The debate continues over Atheism+, the new(ish) attempt to join skepticism and freethought with a left(ish) slant on social justice issues. Because what I feel compelled to call organized disbelief includes people with a variety of perspectives on political issues (including a fair few libertarians and Randroids), Atheism+ is not being rapturously received in all corners of the movement.
Ronald Lindsay, president of the Center for Inquiry, is not jazzed about this discord.
For one thing, he thinks it’s a strategic blunder:
Because the A+ advocates want to work on social justice issues, but have not yet specified how they plan to go about this, including which issues they will emphasize, there’s a worry that they will divert resources from the secular movement and weaken it.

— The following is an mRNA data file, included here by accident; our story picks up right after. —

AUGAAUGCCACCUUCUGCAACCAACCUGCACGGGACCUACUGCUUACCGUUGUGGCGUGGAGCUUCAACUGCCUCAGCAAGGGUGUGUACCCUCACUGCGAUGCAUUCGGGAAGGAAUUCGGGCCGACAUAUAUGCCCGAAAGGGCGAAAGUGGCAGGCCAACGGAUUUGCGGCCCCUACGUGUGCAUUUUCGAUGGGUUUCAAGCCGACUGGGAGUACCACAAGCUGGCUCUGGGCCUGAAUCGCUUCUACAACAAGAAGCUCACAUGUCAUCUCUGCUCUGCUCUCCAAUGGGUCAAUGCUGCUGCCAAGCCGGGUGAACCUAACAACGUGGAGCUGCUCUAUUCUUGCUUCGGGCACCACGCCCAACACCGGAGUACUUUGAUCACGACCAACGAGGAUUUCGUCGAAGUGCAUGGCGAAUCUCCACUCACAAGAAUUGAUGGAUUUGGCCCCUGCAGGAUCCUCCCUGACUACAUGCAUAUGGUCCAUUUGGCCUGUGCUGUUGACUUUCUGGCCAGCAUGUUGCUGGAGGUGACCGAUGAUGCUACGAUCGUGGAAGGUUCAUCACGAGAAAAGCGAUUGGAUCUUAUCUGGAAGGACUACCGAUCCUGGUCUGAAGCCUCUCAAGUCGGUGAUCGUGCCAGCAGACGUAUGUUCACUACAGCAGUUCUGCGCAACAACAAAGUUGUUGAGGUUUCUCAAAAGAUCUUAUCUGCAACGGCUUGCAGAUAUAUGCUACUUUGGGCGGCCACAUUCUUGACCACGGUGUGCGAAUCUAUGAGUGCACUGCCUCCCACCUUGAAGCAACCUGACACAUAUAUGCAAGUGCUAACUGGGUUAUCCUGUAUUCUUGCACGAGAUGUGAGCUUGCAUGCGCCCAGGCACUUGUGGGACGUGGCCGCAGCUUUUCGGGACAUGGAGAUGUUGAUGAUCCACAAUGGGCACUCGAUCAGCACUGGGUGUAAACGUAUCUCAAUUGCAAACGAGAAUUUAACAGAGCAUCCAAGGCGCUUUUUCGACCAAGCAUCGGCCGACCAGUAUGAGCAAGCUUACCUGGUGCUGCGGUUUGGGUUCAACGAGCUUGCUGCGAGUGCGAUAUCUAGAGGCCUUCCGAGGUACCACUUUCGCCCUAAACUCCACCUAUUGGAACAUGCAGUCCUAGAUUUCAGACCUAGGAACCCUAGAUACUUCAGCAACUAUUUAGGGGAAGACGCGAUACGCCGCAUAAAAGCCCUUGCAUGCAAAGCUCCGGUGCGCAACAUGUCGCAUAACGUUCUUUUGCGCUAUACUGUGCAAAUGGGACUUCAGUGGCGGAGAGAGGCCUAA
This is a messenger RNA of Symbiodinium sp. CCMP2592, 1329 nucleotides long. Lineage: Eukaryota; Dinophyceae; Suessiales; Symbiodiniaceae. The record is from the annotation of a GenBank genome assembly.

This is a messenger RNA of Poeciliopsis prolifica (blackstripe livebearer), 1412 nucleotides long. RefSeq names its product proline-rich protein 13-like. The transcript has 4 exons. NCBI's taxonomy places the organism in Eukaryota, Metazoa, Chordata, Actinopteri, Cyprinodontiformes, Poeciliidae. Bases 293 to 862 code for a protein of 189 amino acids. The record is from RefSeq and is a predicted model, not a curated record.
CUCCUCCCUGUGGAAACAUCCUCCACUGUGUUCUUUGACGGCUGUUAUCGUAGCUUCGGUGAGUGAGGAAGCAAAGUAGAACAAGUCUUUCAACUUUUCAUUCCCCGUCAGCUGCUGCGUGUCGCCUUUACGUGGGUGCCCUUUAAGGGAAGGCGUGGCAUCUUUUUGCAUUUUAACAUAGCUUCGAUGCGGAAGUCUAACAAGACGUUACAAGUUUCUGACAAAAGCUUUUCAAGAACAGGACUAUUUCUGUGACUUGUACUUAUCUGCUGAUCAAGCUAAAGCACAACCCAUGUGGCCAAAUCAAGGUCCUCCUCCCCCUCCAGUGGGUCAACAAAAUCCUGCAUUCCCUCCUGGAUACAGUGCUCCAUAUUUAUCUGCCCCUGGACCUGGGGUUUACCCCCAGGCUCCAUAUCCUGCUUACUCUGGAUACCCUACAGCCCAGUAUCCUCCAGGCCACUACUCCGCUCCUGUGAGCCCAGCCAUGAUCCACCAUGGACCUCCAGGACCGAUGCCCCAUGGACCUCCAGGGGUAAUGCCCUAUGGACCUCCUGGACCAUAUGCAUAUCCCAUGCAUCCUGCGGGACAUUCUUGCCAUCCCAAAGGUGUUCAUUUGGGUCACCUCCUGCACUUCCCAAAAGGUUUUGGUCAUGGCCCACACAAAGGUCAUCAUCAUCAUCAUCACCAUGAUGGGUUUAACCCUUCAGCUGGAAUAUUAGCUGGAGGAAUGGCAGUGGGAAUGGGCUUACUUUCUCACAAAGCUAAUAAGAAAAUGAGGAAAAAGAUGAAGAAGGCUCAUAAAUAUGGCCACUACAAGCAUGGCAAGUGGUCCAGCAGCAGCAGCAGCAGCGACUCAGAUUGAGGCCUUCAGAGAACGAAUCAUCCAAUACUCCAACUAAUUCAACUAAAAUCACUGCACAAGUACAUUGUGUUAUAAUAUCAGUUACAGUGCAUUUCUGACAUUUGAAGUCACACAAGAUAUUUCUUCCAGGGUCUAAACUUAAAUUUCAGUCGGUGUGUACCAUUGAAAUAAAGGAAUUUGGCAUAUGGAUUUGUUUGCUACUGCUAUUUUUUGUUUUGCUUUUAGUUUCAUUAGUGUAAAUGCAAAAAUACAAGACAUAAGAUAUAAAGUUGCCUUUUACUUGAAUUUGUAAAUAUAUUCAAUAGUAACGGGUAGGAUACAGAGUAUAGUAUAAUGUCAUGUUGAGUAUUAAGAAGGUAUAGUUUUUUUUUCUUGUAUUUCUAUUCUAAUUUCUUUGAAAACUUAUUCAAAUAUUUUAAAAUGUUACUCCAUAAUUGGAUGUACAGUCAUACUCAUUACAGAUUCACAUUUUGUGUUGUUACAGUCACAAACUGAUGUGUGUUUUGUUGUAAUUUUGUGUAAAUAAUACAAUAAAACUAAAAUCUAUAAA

Fair enough. This is always the cry of the coalition-builder against the splitter: You’re hurting the movement. But most of Lindsay’s article is devoted to another, more curious objection: the A+ people are throwing around terms like “misogyny” to describe problems within the community itself, and obviously that’s crazy. Atheists can’t be misogynist!
But if hate-filled comments and threats to women have not been expressly called divisive, it’s because such conduct does not threaten to divide the movement.